the listing were confirmed long before Arentz pushed “Hallelujah” out.

In fact, had Zeig’s office subscribed to early delivery of Arts &
Leisure, which is available every Wednesday to film companies by
subscription, she might have been tipped off about her film’s future.
She would have received the December 14 Arts & Leisure (which contained
the Friday opening notice for “The Emperor’s Shadow”) on December 9, two
full days before “Hallelujah” even opened.

The biggest confirmation of Zeig’s belief that Arentz misled her came
not from printed material, but from a Fox Lorber employee, who spoke on
condition of anonymity and revealed their film’s opening date had long
been confirmed. “December 18 was the only opening date we had ever been
given,” the person said. “I don’t recall the exact date we received the
booking, but it was weeks earlier.”

Regardless of what one believes about this unfortunate situation, the
experience Zeig and Gund had with Arentz at Cinema Village is part and
parcel for an industry practice governed not by contracts but by verbal
agreements and personal relationships. While most of the individuals
interviewed for this article (with the notable exceptions of Zeig and
Gund) expressed confidence about their future relationships with Cinema
Village, at least one filmmaker was nervous enough to demand anonymity
to express some reservations.

“Ed’s behavior looks exactly like the way the big companies, like
Miramax and Sony Classics, treat multiplex owners,” said the director,
who has a film on Cinema Village’s upcoming calendar. “You either show
their films when they want, or you don’t get them. And smaller,
deserving films that already get trampled by big marketing budgets get
trampled yet again by exhibitors who are afraid to buck those demands.
Except here, the theater is doing the trampling.”

The filmmaker expressed hope that Cinema Village’s two new theaters
would indeed prove new venues for everything from 16mm features and
documentaries to filmmakers who are self-distributing. But he did have
a familiar concern. “There are so few new screens being built. And
this situation makes one wonder who’s really going to be able to access
those new screens — the usual suspects or really independent

Letter to the Editor: Response to Cinema Village Article

Dear Editor:

I would like to deposit my two cents into your coverage of Ed Arentz and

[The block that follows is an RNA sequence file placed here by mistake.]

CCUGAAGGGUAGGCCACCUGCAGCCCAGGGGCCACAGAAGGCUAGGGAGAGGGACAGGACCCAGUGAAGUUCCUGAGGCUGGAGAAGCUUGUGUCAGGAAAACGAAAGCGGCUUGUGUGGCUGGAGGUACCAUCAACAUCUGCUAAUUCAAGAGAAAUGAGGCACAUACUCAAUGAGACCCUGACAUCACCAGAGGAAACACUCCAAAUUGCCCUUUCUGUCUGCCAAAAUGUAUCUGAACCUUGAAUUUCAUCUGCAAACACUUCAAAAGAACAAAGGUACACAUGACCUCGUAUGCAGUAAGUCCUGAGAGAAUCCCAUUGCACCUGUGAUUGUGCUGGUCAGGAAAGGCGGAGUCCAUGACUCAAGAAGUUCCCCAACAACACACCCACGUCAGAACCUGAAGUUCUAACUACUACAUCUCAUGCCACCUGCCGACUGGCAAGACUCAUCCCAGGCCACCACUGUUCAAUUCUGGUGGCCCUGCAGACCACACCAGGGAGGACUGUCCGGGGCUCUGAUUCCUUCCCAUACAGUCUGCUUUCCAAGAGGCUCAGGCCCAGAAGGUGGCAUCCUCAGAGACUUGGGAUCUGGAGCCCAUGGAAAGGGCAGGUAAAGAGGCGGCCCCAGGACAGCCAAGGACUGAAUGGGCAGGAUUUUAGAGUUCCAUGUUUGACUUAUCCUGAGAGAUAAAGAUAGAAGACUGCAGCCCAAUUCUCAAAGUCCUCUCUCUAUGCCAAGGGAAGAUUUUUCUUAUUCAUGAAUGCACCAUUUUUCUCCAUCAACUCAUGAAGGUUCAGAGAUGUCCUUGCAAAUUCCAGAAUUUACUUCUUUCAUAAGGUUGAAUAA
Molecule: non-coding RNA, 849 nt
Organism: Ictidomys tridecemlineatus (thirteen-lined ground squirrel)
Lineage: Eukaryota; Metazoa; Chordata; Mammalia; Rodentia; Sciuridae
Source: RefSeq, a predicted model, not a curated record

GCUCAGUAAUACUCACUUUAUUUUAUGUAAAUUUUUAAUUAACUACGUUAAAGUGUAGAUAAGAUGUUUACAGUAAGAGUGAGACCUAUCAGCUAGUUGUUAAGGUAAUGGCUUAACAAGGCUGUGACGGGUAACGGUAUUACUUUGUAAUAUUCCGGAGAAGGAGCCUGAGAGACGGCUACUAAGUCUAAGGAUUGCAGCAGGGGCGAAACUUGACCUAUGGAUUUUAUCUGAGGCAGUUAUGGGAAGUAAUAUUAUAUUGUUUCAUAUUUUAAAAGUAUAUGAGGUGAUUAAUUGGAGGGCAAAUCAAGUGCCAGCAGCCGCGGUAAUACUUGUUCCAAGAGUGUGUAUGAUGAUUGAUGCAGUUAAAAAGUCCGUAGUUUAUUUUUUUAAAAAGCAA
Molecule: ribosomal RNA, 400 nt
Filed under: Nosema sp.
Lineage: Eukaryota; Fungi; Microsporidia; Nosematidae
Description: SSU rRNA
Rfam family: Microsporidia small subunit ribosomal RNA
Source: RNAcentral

Cinema Village. I would appreciate if this letter could be shared with your
IndieWIRE readers.

Let me begin by saying that I do not know Sande Zeig, nor am I aware of the
specific circumstances surrounding the delayed opening of “Hallelujah.”
However, I am working with distributors whose films were planned for screening
at Cinema Village but became delayed due to the construction work at the
theater. However, none of the distributors whom I represent encountered
anything described in the Mark J. Huisman article. Ed Arentz has been a
complete professional in helping our distributors in rescheduling their
opening dates, and none of my distributors have expressed any bitterness or
regrets in working with him and his theater. Indeed, the Ed Arentz whom I
deal with bears absolutely no resemblance to the Ed Arentz in your article.

I have worked with all of the art house theater managers and programmers in
New York and Ed Arentz is, hands down, the best in the business. Other
theaters have cancelled openings without rescheduling the films, or have
postponed films a few days prior to the announced premiere, or have “helped”
in the marketing of the films with such utter incompetence that it boggles the
mind. One theater, now defunct, was actually shut down by the fire department
four days prior to the opening of a client’s film! The only theater where I
have never had any of these disasters is Cinema Village. Ed Arentz and his
staff have been friendly, courteous, honest and insightful in all regards to
the presentation of my clients’ films. I truly wish there were more people
like Ed in this business, for he brings an edge of class and dignity which is
sadly missing in Mr. Huisman’s text and Ms. Zeig’s commentary.

Thank you.

Phil Hall

Open City Communications

Village Voice Clarifies Reasons for Pulling Huisman's Cinema Village

In Mark J. Huisman’s article about the difficulties that Catherine Gund
faced during her premiere at New York’s Cinema Village, the writer
indicated that the piece was “pulled” by The Village Voice (the article
was first assigned to Huisman as a 200-word news item for the Voice).
In his two part indieWIRE piece, Huisman infered that the article
was yanked as a result of an angry call made by Cinema Village
manager Ed Arentz to the Voice. This week, Village Voice Film
Editor Abby Nolan told indieWIRE the article was not pulled, but
that Huisman himself withdrew it.

Nolan says that for “fact-checking and fairness purporses,” the Voice
decided to wait on publication until the details of the article were
fleshed out. “The article was more complicated and we would need
another week to deal with it,” she maintained. Nolan says the
fact that the indieWIRE version of the article was published nearly
a month later and over 2,000 words were added testifies to the
truth of her claims that the piece needed additional work. [Anthony Kaufman]


+ BIZ: Construction Village, Part I: Debris and Debacle